VANCOUVER — Sebastien Sasseville's journey to run across Canada began on a snowy day in St. John's in early February. After 9 1/2 months and over 7,500 kilometres, it ended on a brisk mid-November morning with the sun shining in Vancouver's beautiful Stanley Park.
His goal? To raise awareness about diabetes and motivate the three million-plus Canadians afflicted with the disease.
Over the time he and his best friend Patrick St. Martin, who drove the team RV, were on the road, every day brought on a new set of physical, mental, and environmental challenges: the East coast's freezing winter, the sticky summer in the Prairies, the altitude of the Rockies. In total Sasseville ran the equivalent of about 180 marathons.
"I feel drained but I've been dreaming about today for a long time," said Sasseville. "This run is about what it means and the people and the cause and coming together to overcome obstacles.
"Life's not always easy but I think we all have huge potential to do great things. That's what I wanted to show. I wanted to make it easy for people to dream big while having some fun on the way. We had no idea if I would even be able to finish. You can't promise that you're going to run 180 marathons uninjured. We took a chance and persevered. It was such an incredible journey."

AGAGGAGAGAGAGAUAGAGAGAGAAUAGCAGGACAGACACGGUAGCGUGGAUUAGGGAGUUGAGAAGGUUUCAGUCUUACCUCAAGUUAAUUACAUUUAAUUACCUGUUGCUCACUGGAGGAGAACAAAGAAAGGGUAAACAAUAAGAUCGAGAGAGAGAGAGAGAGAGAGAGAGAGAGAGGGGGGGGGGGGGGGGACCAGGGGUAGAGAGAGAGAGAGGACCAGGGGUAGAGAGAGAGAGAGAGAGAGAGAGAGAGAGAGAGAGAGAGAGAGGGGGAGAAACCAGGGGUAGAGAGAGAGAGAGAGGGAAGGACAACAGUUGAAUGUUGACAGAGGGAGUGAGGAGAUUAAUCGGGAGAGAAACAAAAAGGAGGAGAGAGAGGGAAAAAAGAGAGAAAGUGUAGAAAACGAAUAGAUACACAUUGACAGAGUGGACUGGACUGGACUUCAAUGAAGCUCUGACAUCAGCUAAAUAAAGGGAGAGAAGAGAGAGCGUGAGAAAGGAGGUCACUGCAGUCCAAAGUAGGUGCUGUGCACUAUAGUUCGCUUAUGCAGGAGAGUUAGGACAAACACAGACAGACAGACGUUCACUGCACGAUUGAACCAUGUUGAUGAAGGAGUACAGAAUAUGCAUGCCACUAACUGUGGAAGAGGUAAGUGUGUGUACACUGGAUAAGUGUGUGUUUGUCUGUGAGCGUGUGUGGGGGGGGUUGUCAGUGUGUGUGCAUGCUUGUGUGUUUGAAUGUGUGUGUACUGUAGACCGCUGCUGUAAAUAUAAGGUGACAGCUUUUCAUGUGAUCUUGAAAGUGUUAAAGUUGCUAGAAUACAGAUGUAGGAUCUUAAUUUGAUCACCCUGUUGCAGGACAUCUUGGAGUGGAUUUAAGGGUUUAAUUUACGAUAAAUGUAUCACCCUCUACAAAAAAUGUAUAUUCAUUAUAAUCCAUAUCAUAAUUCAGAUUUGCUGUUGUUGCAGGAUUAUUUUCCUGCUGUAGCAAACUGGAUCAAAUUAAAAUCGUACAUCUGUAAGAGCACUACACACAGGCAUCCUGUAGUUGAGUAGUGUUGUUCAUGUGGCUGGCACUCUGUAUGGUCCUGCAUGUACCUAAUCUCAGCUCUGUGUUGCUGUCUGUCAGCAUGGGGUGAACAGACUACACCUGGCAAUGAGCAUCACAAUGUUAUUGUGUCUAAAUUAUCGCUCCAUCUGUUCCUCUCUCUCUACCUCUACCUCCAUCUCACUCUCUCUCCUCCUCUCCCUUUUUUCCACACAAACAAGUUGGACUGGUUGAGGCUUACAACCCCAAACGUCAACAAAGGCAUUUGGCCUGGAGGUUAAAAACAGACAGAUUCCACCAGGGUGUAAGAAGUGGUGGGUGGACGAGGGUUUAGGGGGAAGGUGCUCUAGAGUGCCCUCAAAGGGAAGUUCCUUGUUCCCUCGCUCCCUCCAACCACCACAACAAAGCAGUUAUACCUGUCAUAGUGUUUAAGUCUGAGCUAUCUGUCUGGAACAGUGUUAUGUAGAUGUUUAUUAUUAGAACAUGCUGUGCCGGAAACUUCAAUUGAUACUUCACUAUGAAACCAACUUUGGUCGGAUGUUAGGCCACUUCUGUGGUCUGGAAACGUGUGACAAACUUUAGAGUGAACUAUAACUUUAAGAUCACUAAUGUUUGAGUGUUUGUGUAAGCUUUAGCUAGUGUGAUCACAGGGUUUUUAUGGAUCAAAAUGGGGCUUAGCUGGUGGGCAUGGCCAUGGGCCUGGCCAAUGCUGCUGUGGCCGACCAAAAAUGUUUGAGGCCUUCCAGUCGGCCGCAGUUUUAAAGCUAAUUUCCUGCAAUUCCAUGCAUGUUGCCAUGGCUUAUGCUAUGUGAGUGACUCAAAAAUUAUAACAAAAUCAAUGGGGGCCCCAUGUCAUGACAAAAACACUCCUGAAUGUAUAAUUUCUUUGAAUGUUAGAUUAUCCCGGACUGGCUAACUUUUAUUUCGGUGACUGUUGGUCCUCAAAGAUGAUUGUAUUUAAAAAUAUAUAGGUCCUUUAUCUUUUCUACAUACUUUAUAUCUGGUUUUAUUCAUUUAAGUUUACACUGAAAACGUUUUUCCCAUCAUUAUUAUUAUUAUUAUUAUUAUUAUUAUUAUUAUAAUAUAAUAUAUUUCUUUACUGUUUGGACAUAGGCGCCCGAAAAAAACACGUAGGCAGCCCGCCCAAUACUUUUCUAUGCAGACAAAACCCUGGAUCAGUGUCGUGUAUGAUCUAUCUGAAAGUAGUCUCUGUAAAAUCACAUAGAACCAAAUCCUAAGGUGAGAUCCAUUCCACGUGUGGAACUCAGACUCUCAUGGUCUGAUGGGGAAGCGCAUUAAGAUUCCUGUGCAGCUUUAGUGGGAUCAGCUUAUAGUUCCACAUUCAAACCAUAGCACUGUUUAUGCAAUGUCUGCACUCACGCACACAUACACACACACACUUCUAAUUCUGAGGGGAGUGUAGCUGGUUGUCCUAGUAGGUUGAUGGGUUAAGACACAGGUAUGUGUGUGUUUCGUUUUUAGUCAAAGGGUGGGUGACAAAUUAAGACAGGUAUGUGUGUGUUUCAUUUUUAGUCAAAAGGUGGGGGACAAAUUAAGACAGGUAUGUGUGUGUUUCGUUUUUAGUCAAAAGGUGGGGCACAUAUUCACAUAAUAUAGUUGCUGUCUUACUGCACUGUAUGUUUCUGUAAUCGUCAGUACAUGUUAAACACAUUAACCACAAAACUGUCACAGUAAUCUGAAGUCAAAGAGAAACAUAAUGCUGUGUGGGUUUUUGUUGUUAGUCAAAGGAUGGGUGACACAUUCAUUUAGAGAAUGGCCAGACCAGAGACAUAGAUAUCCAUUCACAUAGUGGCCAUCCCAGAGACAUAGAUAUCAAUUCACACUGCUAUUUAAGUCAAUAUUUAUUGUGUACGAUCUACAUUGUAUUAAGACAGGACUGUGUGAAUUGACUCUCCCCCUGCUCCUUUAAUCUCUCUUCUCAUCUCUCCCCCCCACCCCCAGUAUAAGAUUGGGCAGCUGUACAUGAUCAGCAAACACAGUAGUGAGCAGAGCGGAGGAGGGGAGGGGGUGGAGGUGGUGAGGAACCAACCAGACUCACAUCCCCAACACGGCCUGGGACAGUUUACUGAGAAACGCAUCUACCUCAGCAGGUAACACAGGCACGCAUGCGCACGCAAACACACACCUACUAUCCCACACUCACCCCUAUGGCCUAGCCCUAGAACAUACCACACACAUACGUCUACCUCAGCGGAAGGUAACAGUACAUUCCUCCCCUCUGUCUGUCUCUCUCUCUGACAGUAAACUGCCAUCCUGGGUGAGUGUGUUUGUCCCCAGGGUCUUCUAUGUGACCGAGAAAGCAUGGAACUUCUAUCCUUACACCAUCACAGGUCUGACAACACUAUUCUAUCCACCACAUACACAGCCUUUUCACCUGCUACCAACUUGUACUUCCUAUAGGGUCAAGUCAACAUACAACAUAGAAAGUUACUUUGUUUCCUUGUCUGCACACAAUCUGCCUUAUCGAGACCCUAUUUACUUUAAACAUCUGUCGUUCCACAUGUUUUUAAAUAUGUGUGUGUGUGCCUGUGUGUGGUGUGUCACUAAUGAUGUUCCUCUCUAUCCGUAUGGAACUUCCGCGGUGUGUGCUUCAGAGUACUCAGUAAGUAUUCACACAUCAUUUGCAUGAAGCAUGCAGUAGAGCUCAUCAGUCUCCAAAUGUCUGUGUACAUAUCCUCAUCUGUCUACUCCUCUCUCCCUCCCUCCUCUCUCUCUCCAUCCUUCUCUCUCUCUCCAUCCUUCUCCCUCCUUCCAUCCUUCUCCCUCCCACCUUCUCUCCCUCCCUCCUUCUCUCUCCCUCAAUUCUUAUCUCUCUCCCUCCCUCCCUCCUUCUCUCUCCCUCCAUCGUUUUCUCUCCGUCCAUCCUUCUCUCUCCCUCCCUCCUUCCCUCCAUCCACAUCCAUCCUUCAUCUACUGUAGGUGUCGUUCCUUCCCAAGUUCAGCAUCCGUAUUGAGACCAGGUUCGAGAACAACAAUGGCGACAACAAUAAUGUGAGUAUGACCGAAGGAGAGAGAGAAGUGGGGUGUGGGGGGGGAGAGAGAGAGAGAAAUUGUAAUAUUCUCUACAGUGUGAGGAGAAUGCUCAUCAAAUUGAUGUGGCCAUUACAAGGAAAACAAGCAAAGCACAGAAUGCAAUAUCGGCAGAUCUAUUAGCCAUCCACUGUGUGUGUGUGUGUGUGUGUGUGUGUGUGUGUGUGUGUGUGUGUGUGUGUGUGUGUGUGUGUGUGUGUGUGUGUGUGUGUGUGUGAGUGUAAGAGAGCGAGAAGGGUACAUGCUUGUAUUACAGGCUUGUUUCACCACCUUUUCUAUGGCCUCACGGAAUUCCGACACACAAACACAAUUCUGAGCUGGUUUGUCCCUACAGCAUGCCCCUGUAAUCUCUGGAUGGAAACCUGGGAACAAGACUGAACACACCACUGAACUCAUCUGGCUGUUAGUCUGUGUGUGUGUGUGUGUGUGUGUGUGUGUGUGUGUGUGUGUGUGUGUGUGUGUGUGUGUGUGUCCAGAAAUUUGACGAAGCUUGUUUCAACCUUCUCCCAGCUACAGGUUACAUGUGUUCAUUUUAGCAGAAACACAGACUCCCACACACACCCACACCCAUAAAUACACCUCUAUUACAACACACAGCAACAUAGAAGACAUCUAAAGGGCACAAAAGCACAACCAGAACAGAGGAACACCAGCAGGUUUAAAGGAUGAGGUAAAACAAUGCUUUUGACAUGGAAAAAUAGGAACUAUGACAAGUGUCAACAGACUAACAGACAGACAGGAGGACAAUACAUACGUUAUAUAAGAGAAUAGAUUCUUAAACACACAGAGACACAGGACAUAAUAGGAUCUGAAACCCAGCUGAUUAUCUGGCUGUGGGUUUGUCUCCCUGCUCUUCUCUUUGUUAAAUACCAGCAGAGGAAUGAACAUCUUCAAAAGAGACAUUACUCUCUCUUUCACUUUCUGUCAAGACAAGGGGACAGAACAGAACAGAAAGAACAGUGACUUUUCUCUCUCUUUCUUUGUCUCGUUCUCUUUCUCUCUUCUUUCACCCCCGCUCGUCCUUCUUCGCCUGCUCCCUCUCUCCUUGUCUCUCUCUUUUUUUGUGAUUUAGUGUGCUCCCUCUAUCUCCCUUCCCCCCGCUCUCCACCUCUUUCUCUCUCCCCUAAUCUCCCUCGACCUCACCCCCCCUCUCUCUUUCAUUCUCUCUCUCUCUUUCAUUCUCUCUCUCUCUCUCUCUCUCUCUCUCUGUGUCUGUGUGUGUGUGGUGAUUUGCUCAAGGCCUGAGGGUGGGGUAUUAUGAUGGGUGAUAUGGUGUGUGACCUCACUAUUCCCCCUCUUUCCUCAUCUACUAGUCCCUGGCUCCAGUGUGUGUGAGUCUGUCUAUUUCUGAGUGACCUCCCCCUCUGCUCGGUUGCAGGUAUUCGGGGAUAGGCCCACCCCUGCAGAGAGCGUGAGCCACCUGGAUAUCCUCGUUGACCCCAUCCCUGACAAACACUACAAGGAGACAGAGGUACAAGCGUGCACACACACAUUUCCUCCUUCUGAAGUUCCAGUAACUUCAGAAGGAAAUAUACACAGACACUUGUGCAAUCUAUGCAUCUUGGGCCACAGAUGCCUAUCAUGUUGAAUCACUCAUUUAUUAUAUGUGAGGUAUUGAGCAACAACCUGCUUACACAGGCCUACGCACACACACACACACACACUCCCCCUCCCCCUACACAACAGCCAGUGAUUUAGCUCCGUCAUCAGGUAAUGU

It's a journey that was over a decade in the making. When Sasseville was diagnosed with Type 1 diabetes as a 22-year-old living in his hometown of Quebec City, he decided to embrace the difficulties it would bring to his life, even if his body wasn't quite ready to handle it.
"My first run, I ran about 250 metres," said Sasseville, now 35. "I was not fit when I was a college student."
From there, with a smart and sharp focus, he's gone on to complete six Ironman triathlons, climb MountEverest, and race across the Sahara Desert. But none of those accomplishments have held the same personal significance than his latest physical challenge, especially since his arrival in Vancouver coincided with World Diabetes Day.
"It was tough because it was a lot longer and that obviously takes a toll on your body. This feels better than Mount Everest for the simple reason being that Everest is a personal achievement. What I'm very thrilled to see today is what we've built. People feel like they own this a little bit, like this was our run, and to be surrounded by that is phenomenal."
The symbolism of the trek across our great country still resonates deeply with people from coast-to-coast. Through the events he hosted throughout his trip Sasseville inspired many, perhaps none more than Jack Poisson, a young boy from Windsor, Ont., living with Type 1 diabetes who flew to Vancouver to run the final stretch alongside his idol.
It's because of kids like Poisson that Sasseville knows that while the run may be over, his efforts are paying dividends and his work is just beginning.
"I think starting next week things will start to cool down a little bit. I want to take a good moment to see and make sure I process it correctly," said Sasseville. "I want to continue to leverage, spread, and support this message and I think this finish line could be a starting line for a lot of things."
For more information on Sebastien's run and his cause visit www.outrundiabetes.ca.